"The shooting lasted for half an hour and and I could hear the bullets whistling past me. It was like a movie.

"It was only 15 minutes after we crossed the border into Angola that we came under heavy fire. The driver was shot almost immediately and died instantly so we were just stopped on the road with nowhere to go.

"I know I am really lucky. I was in the back of the coach with Emmanuel Adebayor and one of the goalkeepers. A defender sat in front of me took two shots in the back.

"The goalkeeper Kodjovi Obilale Dodo, one of my best friends, was shot in the stomach and was flown to South Africa to undergo an operation to save his life.

"It was horrific. Everybody was crying. I don't know how anyone can do this.

"I am back at our camp in Cabinda with my team-mates but we all want to go home to Togo. We have made our decision. We can't play in these circumstances and want to leave for home.

"We don't want to compete in the tournament because our assistant manager and the press officer have been killed. As a team we have made this decision."

The Ivory Coast's team coach under heavy armed guard
The Ivory Coast's team bus had a heavy police guard on Saturday

Togo captain, and Manchester City striker, Adebayor, who was on the coach but also unharmed, has been told by his club that he will be given as much time as needs to recover from the attack.

Adebayor told BBC Afrique: "A lot of people would love to be in our position [as footballers] but I don't think anybody would be prepared to give their life.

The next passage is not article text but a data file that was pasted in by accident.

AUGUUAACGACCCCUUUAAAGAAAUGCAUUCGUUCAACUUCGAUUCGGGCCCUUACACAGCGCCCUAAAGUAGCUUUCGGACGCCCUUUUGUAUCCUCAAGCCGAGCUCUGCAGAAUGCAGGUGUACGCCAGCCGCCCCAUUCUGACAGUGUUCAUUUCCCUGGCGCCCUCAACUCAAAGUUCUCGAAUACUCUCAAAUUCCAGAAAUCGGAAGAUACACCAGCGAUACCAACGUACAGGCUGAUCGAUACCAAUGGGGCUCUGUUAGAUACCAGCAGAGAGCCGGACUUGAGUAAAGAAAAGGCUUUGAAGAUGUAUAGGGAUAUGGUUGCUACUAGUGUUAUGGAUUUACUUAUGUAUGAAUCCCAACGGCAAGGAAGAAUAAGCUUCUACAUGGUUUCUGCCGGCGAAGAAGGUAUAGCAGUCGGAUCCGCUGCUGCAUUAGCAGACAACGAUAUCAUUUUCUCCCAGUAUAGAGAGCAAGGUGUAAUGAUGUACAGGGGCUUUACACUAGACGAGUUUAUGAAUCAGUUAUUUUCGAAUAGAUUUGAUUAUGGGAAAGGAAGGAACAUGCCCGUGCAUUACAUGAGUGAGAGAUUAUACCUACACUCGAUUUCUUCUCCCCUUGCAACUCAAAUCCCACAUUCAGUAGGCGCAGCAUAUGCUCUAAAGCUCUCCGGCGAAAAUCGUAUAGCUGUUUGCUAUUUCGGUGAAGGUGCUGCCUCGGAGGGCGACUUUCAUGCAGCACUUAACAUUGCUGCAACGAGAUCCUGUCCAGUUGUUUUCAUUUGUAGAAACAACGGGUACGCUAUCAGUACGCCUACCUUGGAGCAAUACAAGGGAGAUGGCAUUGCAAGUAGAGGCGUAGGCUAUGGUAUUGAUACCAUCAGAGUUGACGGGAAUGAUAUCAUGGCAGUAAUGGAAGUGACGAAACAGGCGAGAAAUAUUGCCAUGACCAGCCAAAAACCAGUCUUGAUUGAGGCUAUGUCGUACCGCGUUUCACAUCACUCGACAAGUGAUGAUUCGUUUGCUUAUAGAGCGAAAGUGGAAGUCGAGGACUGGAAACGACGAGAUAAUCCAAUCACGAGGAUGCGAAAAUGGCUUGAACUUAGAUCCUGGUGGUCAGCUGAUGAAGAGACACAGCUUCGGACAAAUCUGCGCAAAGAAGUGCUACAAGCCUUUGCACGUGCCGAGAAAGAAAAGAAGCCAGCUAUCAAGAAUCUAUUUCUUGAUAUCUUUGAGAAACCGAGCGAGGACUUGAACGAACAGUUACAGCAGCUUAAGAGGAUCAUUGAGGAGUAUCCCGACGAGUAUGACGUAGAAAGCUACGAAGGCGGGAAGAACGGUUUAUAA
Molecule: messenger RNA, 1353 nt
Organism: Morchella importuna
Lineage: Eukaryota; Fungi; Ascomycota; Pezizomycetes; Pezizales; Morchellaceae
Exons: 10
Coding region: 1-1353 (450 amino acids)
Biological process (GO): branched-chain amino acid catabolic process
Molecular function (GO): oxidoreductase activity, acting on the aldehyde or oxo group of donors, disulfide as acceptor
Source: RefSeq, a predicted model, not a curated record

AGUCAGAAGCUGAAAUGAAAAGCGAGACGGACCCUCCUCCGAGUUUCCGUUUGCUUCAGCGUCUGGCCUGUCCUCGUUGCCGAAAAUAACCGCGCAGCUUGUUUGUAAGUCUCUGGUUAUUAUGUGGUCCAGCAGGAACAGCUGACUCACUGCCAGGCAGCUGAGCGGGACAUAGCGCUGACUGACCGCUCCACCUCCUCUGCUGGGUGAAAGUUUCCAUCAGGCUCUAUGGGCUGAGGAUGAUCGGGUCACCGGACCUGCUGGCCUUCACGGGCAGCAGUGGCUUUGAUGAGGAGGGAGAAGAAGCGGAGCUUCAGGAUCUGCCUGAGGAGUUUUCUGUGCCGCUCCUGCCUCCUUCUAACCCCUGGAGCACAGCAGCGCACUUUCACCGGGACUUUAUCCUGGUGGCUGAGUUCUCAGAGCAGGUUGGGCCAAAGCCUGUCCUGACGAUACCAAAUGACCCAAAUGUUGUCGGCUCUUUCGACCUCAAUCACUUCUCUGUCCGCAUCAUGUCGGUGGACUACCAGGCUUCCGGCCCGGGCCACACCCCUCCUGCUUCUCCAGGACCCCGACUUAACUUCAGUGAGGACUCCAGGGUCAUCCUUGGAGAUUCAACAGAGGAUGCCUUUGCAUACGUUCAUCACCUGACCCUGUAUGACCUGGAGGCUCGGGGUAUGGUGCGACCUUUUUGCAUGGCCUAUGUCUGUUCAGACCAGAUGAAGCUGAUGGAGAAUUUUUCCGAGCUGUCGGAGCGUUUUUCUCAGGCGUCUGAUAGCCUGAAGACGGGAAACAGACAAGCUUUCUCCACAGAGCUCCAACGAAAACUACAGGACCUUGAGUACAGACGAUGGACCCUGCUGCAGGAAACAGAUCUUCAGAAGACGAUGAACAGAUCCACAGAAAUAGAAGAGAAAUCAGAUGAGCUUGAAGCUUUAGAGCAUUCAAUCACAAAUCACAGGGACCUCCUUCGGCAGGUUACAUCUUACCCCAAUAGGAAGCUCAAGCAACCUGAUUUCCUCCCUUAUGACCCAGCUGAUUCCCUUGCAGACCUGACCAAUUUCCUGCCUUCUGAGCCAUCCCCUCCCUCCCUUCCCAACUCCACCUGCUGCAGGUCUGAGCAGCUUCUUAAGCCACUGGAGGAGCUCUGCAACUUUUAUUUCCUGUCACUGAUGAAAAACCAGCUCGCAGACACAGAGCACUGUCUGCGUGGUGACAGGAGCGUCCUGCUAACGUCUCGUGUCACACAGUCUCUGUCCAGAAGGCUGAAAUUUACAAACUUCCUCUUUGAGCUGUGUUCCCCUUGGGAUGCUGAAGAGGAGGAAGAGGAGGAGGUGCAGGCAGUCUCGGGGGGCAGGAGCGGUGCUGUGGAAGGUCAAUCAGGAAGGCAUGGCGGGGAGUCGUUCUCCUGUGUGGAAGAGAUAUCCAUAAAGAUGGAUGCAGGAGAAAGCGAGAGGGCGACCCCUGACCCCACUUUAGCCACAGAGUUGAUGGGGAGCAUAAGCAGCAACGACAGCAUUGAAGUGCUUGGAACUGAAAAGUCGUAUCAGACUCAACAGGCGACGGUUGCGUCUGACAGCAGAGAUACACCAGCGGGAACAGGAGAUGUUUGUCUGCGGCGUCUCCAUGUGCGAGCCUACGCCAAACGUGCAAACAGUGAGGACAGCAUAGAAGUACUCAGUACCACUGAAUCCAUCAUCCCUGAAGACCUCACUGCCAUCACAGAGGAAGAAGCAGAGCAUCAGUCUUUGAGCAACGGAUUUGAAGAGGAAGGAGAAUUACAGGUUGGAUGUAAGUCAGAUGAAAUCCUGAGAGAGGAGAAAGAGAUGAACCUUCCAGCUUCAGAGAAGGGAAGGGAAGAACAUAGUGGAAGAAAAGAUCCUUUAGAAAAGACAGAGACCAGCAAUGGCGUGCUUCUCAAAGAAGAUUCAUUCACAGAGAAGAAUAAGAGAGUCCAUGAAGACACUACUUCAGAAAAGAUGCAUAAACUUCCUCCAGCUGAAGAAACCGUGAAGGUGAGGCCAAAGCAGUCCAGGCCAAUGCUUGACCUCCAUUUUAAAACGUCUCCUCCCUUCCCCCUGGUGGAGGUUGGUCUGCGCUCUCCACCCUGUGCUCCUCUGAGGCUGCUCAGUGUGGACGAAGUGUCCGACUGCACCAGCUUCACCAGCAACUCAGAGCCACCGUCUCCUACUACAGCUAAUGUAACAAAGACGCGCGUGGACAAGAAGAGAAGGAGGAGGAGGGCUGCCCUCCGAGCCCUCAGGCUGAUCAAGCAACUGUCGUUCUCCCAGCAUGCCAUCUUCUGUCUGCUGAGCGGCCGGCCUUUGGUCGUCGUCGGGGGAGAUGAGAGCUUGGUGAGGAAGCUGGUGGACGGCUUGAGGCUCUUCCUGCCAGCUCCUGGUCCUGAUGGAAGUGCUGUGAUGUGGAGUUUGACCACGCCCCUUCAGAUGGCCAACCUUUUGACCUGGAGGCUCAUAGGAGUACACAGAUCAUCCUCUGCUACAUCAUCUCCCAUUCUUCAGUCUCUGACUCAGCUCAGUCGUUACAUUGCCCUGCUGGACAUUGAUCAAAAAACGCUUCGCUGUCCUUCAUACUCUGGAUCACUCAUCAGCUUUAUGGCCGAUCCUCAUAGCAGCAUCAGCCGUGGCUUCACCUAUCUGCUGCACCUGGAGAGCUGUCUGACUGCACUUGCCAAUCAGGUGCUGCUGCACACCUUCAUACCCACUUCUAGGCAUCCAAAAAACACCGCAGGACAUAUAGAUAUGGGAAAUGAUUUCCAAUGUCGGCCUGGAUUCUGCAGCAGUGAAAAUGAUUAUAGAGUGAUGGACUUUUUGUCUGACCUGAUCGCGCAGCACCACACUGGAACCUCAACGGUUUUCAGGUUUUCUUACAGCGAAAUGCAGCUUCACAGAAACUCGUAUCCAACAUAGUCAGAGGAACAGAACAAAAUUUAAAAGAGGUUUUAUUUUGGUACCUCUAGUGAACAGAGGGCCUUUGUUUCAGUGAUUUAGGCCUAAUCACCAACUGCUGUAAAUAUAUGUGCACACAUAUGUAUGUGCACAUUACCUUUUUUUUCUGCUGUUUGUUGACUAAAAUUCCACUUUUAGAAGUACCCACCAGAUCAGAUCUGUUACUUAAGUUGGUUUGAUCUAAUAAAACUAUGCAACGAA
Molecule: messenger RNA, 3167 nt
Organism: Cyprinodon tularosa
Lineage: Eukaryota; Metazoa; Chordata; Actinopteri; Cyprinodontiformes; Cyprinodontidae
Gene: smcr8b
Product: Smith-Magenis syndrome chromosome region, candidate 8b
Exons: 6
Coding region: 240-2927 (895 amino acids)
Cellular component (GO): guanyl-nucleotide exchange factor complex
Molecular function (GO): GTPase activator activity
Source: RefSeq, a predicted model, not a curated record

"If I am alive I can still play football tomorrow and in one year maybe even another Cup of Nations but I am not ready to pass away now."

Defender Serge Akakpo, who plays for Romanian club Vaslui, was hit by two bullets and lost a lot of blood in the attack in oil-rich Cabinda.

His club reported that his condition was stabilised and he underwent successful surgery.

Reserve keeper Obilale, who plays for French club GSI Pontivy, was also seriously wounded and transferred to hospital in South Africa, while several other players required treatment.

"I don't think any of the players will be able to sleep after this," said Adebayor, who admitted they were all still in shock.

"You cannot sleep after what we have seen - one of your team-mates with bullets in his body in front of you, crying and losing consciousness. It is very difficult."

Caf spokesman Souleymane Habuba offered sympathy for the Togo team but questioned why they had travelled by road rather than flying to Angola.

"CAF's regulations are clear: teams are required to fly rather than travel by bus," he said.

Football's world governing body Fifa has expressed its concern about the attack.

"Fifa and its president, Sepp Blatter, are deeply moved by today's incidents which affected Togo's national team, to whom they express their utmost sympathy," said a statement.

"Fifa is in touch with Caf and its president, Issa Hayatou, from which it expects a full report on the situation."